64 percent of Muslims in Egypt and Pakistan support the death penalty for leaving Islam

Washington Post: by Max Fisher.

The Pew Research Center’s vast new study on the views and attitudes of global Muslim populations was bound to create controversy. Like the U.S. public knowledge polls that find that one-third of Americans can’t name the vice president, Pew’s report includes some less-than-flattering pieces of data. And while it’s important not to generalize about entire populations or demographic groups based on one study, some of these numbers are difficult to ignore.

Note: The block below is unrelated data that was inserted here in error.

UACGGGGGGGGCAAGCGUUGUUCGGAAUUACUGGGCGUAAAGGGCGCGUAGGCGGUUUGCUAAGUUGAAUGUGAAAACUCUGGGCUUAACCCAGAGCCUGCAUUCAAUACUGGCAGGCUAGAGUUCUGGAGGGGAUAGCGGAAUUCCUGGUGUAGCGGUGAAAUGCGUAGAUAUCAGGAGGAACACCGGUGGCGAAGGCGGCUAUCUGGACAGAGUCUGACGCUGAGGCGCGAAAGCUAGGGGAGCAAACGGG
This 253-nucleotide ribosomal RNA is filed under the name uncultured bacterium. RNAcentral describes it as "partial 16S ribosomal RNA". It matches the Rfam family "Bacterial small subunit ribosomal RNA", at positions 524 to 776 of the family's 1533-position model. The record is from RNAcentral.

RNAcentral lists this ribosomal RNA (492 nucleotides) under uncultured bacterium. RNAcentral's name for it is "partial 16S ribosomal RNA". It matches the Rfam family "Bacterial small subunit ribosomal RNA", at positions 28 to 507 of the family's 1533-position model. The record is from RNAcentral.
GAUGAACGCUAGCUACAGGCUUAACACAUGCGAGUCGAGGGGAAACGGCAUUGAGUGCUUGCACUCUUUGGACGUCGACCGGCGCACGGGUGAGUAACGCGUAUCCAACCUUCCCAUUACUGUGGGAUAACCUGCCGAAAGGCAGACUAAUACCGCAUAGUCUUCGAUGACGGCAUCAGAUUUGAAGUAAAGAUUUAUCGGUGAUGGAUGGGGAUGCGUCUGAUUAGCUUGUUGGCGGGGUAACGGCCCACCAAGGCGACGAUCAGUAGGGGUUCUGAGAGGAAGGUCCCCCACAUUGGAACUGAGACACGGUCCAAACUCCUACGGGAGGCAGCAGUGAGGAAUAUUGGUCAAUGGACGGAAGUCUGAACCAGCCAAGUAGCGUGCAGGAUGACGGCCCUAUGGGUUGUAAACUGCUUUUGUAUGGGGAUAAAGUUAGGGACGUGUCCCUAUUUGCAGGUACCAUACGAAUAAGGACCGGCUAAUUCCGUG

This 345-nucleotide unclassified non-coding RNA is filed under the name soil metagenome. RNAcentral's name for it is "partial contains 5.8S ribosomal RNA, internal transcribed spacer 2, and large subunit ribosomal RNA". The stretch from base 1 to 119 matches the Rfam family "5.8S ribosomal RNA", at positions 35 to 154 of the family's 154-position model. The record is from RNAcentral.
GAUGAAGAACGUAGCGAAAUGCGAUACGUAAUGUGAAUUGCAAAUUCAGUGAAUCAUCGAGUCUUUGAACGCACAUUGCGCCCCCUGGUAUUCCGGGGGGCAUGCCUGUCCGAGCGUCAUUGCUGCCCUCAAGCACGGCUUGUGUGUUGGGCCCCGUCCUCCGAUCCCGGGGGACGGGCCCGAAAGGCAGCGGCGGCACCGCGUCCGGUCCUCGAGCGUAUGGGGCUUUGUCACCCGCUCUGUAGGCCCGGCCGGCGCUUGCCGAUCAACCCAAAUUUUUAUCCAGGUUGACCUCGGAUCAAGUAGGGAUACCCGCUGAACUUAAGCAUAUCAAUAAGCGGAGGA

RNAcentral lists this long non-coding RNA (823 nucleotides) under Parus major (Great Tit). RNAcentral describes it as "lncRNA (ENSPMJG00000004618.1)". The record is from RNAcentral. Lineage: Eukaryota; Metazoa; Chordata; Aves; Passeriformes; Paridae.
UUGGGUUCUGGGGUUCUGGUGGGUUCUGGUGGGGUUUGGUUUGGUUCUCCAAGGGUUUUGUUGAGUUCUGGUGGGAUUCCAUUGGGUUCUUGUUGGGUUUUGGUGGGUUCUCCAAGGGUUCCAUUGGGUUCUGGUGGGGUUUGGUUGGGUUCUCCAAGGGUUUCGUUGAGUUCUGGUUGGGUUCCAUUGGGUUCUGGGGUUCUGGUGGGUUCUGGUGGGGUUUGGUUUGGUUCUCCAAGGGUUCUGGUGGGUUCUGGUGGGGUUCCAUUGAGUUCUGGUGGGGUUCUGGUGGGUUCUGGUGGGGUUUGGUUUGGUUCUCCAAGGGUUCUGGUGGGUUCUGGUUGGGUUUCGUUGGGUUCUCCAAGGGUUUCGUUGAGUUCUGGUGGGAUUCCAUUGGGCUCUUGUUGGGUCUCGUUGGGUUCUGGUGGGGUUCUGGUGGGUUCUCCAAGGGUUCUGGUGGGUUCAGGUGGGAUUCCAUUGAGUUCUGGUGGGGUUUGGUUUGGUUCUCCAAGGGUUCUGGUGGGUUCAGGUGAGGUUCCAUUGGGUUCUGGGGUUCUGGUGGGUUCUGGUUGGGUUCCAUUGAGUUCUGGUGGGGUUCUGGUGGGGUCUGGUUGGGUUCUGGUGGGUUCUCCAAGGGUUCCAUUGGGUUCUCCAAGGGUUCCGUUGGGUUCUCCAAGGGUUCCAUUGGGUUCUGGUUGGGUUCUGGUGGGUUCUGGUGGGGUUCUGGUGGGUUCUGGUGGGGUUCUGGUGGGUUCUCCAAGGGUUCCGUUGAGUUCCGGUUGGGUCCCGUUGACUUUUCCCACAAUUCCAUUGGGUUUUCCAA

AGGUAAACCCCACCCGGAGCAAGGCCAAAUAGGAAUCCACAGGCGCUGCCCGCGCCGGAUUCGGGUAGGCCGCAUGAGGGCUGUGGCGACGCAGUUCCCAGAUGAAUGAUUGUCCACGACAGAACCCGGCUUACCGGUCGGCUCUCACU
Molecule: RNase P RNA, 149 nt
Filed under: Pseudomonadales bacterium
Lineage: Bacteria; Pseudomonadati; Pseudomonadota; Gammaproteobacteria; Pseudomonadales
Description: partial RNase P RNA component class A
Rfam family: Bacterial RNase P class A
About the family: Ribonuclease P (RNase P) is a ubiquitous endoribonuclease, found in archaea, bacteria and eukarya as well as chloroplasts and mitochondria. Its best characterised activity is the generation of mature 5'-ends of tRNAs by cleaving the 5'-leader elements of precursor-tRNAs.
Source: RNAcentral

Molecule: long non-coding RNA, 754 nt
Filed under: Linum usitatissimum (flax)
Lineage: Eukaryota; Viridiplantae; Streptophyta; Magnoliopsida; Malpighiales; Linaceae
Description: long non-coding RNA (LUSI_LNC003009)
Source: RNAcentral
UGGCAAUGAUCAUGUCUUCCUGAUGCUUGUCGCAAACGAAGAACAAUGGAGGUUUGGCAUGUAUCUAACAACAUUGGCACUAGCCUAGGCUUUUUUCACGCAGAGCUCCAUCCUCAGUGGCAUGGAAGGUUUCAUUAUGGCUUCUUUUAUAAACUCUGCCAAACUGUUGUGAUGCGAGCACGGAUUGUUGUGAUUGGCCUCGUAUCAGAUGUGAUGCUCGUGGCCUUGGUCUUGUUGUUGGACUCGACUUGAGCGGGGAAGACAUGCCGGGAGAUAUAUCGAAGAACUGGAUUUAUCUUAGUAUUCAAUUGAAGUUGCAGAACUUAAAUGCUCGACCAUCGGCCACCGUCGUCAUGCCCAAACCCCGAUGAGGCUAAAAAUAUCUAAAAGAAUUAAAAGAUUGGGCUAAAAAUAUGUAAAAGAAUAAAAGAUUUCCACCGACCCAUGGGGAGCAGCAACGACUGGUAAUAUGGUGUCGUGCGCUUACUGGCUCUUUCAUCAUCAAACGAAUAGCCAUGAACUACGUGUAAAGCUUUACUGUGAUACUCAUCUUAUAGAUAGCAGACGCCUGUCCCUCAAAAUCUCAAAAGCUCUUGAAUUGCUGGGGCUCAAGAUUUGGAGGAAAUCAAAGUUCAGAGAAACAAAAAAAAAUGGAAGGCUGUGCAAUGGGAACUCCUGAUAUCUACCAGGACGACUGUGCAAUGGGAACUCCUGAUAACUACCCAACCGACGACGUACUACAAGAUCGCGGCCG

One of the questions, which Pew asked of Muslims in 38 countries from Europe, Asia, Africa and the Middle East, was whether or not they support making sharia the official law in the country. In many countries, the answer was overwhelmingly yes, although Pew notes that many respondents said sharia should apply only to Muslims and, just as importantly, that “Muslims differ widely in how they interpret certain aspects of sharia, including whether divorce and family planning are morally acceptable.” Many respondents reject the stricter laws and punishments for which sharia is often, fairly or unfairly, known in the West. In other words, just because some people say they support sharia law does not mean they want to make their neighbors live in a 9th-century-style caliphate.

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